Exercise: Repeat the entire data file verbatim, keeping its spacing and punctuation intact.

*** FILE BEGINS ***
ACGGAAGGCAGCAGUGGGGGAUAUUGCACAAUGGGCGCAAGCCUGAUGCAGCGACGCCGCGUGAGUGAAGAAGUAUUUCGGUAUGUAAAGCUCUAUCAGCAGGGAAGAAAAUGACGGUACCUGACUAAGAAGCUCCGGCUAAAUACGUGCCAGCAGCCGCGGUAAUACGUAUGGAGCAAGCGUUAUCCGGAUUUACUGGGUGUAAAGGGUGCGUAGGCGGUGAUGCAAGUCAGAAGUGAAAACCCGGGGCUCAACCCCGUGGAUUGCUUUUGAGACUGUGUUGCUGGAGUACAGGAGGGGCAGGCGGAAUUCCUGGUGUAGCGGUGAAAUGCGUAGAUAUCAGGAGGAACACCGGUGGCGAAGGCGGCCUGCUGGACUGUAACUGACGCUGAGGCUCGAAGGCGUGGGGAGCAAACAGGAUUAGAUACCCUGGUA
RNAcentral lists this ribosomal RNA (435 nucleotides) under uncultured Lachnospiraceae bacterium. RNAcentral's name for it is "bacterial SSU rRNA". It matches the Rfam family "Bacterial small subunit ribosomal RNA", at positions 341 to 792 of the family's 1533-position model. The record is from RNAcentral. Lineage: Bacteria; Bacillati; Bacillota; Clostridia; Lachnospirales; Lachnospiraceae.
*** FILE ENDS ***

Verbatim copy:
ACGGAAGGCAGCAGUGGGGGAUAUUGCACAAUGGGCGCAAGCCUGAUGCAGCGACGCCGCGUGAGUGAAGAAGUAUUUCGGUAUGUAAAGCUCUAUCAGCAGGGAAGAAAAUGACGGUACCUGACUAAGAAGCUCCGGCUAAAUACGUGCCAGCAGCCGCGGUAAUACGUAUGGAGCAAGCGUUAUCCGGAUUUACUGGGUGUAAAGGGUGCGUAGGCGGUGAUGCAAGUCAGAAGUGAAAACCCGGGGCUCAACCCCGUGGAUUGCUUUUGAGACUGUGUUGCUGGAGUACAGGAGGGGCAGGCGGAAUUCCUGGUGUAGCGGUGAAAUGCGUAGAUAUCAGGAGGAACACCGGUGGCGAAGGCGGCCUGCUGGACUGUAACUGACGCUGAGGCUCGAAGGCGUGGGGAGCAAACAGGAUUAGAUACCCUGGUA
RNAcentral lists this ribosomal RNA (435 nucleotides) under uncultured Lachnospiraceae bacterium. RNAcentral's name for it is "bacterial SSU rRNA". It matches the Rfam family "Bacterial small subunit ribosomal RNA", at positions 341 to 792 of the family's 1533-position model. The record is from RNAcentral. Lineage: Bacteria; Bacillati; Bacillota; Clostridia; Lachnospirales; Lachnospiraceae.